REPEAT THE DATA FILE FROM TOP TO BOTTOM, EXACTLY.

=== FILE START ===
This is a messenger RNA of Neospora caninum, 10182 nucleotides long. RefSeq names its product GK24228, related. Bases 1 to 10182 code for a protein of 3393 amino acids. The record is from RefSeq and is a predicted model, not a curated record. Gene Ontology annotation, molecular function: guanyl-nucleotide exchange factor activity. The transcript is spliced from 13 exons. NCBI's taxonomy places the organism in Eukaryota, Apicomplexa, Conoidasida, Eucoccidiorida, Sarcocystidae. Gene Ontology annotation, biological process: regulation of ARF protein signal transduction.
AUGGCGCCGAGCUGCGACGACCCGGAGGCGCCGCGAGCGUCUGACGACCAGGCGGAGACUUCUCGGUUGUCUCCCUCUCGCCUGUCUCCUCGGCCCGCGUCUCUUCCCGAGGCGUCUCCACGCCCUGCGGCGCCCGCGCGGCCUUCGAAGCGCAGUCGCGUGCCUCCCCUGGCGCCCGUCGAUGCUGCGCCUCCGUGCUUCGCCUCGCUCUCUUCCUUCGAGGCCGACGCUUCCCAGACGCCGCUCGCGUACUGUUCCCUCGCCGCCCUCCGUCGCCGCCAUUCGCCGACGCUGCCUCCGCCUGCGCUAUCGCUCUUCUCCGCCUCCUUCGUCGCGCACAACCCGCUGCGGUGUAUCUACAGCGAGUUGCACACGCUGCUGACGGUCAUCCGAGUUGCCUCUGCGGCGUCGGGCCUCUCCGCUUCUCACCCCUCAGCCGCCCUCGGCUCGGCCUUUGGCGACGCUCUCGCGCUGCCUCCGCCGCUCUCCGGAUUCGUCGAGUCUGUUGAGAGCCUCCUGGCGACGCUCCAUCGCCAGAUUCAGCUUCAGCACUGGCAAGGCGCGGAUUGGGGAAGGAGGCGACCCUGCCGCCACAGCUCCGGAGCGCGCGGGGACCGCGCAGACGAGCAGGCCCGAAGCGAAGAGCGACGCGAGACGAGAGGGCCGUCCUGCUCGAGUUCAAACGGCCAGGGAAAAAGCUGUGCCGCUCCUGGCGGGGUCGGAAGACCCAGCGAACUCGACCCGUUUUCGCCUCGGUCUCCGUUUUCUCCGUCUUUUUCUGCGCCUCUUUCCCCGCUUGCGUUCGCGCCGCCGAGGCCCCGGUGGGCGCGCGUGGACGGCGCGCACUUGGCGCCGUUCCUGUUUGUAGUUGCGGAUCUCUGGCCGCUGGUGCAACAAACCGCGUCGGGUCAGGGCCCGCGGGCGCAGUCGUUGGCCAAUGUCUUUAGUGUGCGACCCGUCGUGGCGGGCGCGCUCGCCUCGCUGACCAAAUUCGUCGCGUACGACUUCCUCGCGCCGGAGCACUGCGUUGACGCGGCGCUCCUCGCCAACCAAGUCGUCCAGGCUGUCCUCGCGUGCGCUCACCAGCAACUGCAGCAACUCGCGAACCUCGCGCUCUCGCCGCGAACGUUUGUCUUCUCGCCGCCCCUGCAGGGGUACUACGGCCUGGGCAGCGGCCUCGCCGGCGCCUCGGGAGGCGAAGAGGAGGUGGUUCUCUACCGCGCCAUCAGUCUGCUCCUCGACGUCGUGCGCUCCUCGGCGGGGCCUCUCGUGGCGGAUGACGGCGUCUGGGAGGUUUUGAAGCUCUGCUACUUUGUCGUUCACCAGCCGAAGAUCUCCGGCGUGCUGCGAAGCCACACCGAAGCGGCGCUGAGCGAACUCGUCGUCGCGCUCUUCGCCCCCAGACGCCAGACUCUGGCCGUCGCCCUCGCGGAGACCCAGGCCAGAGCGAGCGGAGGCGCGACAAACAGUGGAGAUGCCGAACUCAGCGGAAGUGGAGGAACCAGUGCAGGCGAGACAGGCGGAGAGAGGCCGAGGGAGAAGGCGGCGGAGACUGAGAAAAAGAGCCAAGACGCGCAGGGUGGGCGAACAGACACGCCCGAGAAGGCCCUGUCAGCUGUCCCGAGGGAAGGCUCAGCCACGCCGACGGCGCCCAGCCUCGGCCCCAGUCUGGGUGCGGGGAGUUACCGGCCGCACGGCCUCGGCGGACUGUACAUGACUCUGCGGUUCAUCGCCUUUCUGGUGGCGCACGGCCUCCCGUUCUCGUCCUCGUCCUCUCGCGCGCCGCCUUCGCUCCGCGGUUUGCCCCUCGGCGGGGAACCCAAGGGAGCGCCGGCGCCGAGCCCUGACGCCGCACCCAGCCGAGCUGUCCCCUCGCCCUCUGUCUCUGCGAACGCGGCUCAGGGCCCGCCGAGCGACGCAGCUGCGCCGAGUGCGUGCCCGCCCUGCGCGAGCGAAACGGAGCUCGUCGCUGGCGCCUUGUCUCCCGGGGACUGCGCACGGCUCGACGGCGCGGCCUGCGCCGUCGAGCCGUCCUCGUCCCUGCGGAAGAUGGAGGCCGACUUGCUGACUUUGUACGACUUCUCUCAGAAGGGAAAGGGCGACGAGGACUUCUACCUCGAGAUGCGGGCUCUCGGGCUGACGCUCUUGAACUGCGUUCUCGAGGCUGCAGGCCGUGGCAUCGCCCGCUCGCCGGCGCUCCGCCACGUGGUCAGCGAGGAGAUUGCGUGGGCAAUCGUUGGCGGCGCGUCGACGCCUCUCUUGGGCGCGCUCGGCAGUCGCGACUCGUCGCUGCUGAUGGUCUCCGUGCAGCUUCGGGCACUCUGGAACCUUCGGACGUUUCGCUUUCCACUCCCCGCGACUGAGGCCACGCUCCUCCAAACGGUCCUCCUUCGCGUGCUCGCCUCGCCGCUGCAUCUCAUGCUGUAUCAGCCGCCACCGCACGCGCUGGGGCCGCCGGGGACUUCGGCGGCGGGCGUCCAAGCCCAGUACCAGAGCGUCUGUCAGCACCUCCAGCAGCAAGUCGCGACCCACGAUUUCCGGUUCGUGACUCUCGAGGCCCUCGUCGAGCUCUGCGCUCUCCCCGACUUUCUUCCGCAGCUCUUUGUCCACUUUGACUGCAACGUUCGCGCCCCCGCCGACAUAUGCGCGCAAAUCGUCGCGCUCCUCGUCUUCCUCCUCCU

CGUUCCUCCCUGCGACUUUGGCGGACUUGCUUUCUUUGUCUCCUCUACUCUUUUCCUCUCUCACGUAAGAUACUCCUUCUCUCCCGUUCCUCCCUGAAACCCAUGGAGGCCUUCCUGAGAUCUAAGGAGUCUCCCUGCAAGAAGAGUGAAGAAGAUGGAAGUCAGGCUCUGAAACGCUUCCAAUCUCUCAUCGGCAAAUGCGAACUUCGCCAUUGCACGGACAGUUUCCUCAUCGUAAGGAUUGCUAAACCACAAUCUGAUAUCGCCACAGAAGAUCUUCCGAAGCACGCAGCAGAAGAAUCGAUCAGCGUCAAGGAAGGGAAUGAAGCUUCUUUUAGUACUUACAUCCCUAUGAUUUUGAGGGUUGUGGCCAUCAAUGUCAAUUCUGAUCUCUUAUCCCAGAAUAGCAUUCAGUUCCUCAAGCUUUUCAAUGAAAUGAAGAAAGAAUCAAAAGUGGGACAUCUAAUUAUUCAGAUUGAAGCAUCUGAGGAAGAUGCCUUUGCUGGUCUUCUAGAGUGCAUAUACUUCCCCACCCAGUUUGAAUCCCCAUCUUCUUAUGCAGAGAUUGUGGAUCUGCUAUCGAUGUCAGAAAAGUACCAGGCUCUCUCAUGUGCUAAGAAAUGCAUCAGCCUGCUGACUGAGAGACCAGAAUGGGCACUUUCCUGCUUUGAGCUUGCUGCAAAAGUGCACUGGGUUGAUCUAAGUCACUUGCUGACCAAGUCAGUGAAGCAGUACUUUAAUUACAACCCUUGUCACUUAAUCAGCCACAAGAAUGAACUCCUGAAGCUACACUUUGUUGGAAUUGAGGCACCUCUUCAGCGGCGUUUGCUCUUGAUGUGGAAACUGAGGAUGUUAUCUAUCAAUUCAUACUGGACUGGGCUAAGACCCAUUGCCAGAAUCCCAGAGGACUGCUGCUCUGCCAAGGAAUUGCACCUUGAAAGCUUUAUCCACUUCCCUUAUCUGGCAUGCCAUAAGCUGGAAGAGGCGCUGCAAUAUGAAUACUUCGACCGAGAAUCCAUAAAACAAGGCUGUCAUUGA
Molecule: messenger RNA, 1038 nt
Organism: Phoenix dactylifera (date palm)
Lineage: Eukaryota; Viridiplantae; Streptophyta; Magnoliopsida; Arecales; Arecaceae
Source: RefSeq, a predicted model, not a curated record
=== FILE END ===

This is a messenger RNA of Neospora caninum, 10182 nucleotides long. RefSeq names its product GK24228, related. Bases 1 to 10182 code for a protein of 3393 amino acids. The record is from RefSeq and is a predicted model, not a curated record. Gene Ontology annotation, molecular function: guanyl-nucleotide exchange factor activity. The transcript is spliced from 13 exons. NCBI's taxonomy places the organism in Eukaryota, Apicomplexa, Conoidasida, Eucoccidiorida, Sarcocystidae. Gene Ontology annotation, biological process: regulation of ARF protein signal transduction.
AUGGCGCCGAGCUGCGACGACCCGGAGGCGCCGCGAGCGUCUGACGACCAGGCGGAGACUUCUCGGUUGUCUCCCUCUCGCCUGUCUCCUCGGCCCGCGUCUCUUCCCGAGGCGUCUCCACGCCCUGCGGCGCCCGCGCGGCCUUCGAAGCGCAGUCGCGUGCCUCCCCUGGCGCCCGUCGAUGCUGCGCCUCCGUGCUUCGCCUCGCUCUCUUCCUUCGAGGCCGACGCUUCCCAGACGCCGCUCGCGUACUGUUCCCUCGCCGCCCUCCGUCGCCGCCAUUCGCCGACGCUGCCUCCGCCUGCGCUAUCGCUCUUCUCCGCCUCCUUCGUCGCGCACAACCCGCUGCGGUGUAUCUACAGCGAGUUGCACACGCUGCUGACGGUCAUCCGAGUUGCCUCUGCGGCGUCGGGCCUCUCCGCUUCUCACCCCUCAGCCGCCCUCGGCUCGGCCUUUGGCGACGCUCUCGCGCUGCCUCCGCCGCUCUCCGGAUUCGUCGAGUCUGUUGAGAGCCUCCUGGCGACGCUCCAUCGCCAGAUUCAGCUUCAGCACUGGCAAGGCGCGGAUUGGGGAAGGAGGCGACCCUGCCGCCACAGCUCCGGAGCGCGCGGGGACCGCGCAGACGAGCAGGCCCGAAGCGAAGAGCGACGCGAGACGAGAGGGCCGUCCUGCUCGAGUUCAAACGGCCAGGGAAAAAGCUGUGCCGCUCCUGGCGGGGUCGGAAGACCCAGCGAACUCGACCCGUUUUCGCCUCGGUCUCCGUUUUCUCCGUCUUUUUCUGCGCCUCUUUCCCCGCUUGCGUUCGCGCCGCCGAGGCCCCGGUGGGCGCGCGUGGACGGCGCGCACUUGGCGCCGUUCCUGUUUGUAGUUGCGGAUCUCUGGCCGCUGGUGCAACAAACCGCGUCGGGUCAGGGCCCGCGGGCGCAGUCGUUGGCCAAUGUCUUUAGUGUGCGACCCGUCGUGGCGGGCGCGCUCGCCUCGCUGACCAAAUUCGUCGCGUACGACUUCCUCGCGCCGGAGCACUGCGUUGACGCGGCGCUCCUCGCCAACCAAGUCGUCCAGGCUGUCCUCGCGUGCGCUCACCAGCAACUGCAGCAACUCGCGAACCUCGCGCUCUCGCCGCGAACGUUUGUCUUCUCGCCGCCCCUGCAGGGGUACUACGGCCUGGGCAGCGGCCUCGCCGGCGCCUCGGGAGGCGAAGAGGAGGUGGUUCUCUACCGCGCCAUCAGUCUGCUCCUCGACGUCGUGCGCUCCUCGGCGGGGCCUCUCGUGGCGGAUGACGGCGUCUGGGAGGUUUUGAAGCUCUGCUACUUUGUCGUUCACCAGCCGAAGAUCUCCGGCGUGCUGCGAAGCCACACCGAAGCGGCGCUGAGCGAACUCGUCGUCGCGCUCUUCGCCCCCAGACGCCAGACUCUGGCCGUCGCCCUCGCGGAGACCCAGGCCAGAGCGAGCGGAGGCGCGACAAACAGUGGAGAUGCCGAACUCAGCGGAAGUGGAGGAACCAGUGCAGGCGAGACAGGCGGAGAGAGGCCGAGGGAGAAGGCGGCGGAGACUGAGAAAAAGAGCCAAGACGCGCAGGGUGGGCGAACAGACACGCCCGAGAAGGCCCUGUCAGCUGUCCCGAGGGAAGGCUCAGCCACGCCGACGGCGCCCAGCCUCGGCCCCAGUCUGGGUGCGGGGAGUUACCGGCCGCACGGCCUCGGCGGACUGUACAUGACUCUGCGGUUCAUCGCCUUUCUGGUGGCGCACGGCCUCCCGUUCUCGUCCUCGUCCUCUCGCGCGCCGCCUUCGCUCCGCGGUUUGCCCCUCGGCGGGGAACCCAAGGGAGCGCCGGCGCCGAGCCCUGACGCCGCACCCAGCCGAGCUGUCCCCUCGCCCUCUGUCUCUGCGAACGCGGCUCAGGGCCCGCCGAGCGACGCAGCUGCGCCGAGUGCGUGCCCGCCCUGCGCGAGCGAAACGGAGCUCGUCGCUGGCGCCUUGUCUCCCGGGGACUGCGCACGGCUCGACGGCGCGGCCUGCGCCGUCGAGCCGUCCUCGUCCCUGCGGAAGAUGGAGGCCGACUUGCUGACUUUGUACGACUUCUCUCAGAAGGGAAAGGGCGACGAGGACUUCUACCUCGAGAUGCGGGCUCUCGGGCUGACGCUCUUGAACUGCGUUCUCGAGGCUGCAGGCCGUGGCAUCGCCCGCUCGCCGGCGCUCCGCCACGUGGUCAGCGAGGAGAUUGCGUGGGCAAUCGUUGGCGGCGCGUCGACGCCUCUCUUGGGCGCGCUCGGCAGUCGCGACUCGUCGCUGCUGAUGGUCUCCGUGCAGCUUCGGGCACUCUGGAACCUUCGGACGUUUCGCUUUCCACUCCCCGCGACUGAGGCCACGCUCCUCCAAACGGUCCUCCUUCGCGUGCUCGCCUCGCCGCUGCAUCUCAUGCUGUAUCAGCCGCCACCGCACGCGCUGGGGCCGCCGGGGACUUCGGCGGCGGGCGUCCAAGCCCAGUACCAGAGCGUCUGUCAGCACCUCCAGCAGCAAGUCGCGACCCACGAUUUCCGGUUCGUGACUCUCGAGGCCCUCGUCGAGCUCUGCGCUCUCCCCGACUUUCUUCCGCAGCUCUUUGUCCACUUUGACUGCAACGUUCGCGCCCCCGCCGACAUAUGCGCGCAAAUCGUCGCGCUCCUCGUCUUCCUCCUCCU

CGUUCCUCCCUGCGACUUUGGCGGACUUGCUUUCUUUGUCUCCUCUACUCUUUUCCUCUCUCACGUAAGAUACUCCUUCUCUCCCGUUCCUCCCUGAAACCCAUGGAGGCCUUCCUGAGAUCUAAGGAGUCUCCCUGCAAGAAGAGUGAAGAAGAUGGAAGUCAGGCUCUGAAACGCUUCCAAUCUCUCAUCGGCAAAUGCGAACUUCGCCAUUGCACGGACAGUUUCCUCAUCGUAAGGAUUGCUAAACCACAAUCUGAUAUCGCCACAGAAGAUCUUCCGAAGCACGCAGCAGAAGAAUCGAUCAGCGUCAAGGAAGGGAAUGAAGCUUCUUUUAGUACUUACAUCCCUAUGAUUUUGAGGGUUGUGGCCAUCAAUGUCAAUUCUGAUCUCUUAUCCCAGAAUAGCAUUCAGUUCCUCAAGCUUUUCAAUGAAAUGAAGAAAGAAUCAAAAGUGGGACAUCUAAUUAUUCAGAUUGAAGCAUCUGAGGAAGAUGCCUUUGCUGGUCUUCUAGAGUGCAUAUACUUCCCCACCCAGUUUGAAUCCCCAUCUUCUUAUGCAGAGAUUGUGGAUCUGCUAUCGAUGUCAGAAAAGUACCAGGCUCUCUCAUGUGCUAAGAAAUGCAUCAGCCUGCUGACUGAGAGACCAGAAUGGGCACUUUCCUGCUUUGAGCUUGCUGCAAAAGUGCACUGGGUUGAUCUAAGUCACUUGCUGACCAAGUCAGUGAAGCAGUACUUUAAUUACAACCCUUGUCACUUAAUCAGCCACAAGAAUGAACUCCUGAAGCUACACUUUGUUGGAAUUGAGGCACCUCUUCAGCGGCGUUUGCUCUUGAUGUGGAAACUGAGGAUGUUAUCUAUCAAUUCAUACUGGACUGGGCUAAGACCCAUUGCCAGAAUCCCAGAGGACUGCUGCUCUGCCAAGGAAUUGCACCUUGAAAGCUUUAUCCACUUCCCUUAUCUGGCAUGCCAUAAGCUGGAAGAGGCGCUGCAAUAUGAAUACUUCGACCGAGAAUCCAUAAAACAAGGCUGUCAUUGA
Molecule: messenger RNA, 1038 nt
Organism: Phoenix dactylifera (date palm)
Lineage: Eukaryota; Viridiplantae; Streptophyta; Magnoliopsida; Arecales; Arecaceae
Source: RefSeq, a predicted model, not a curated record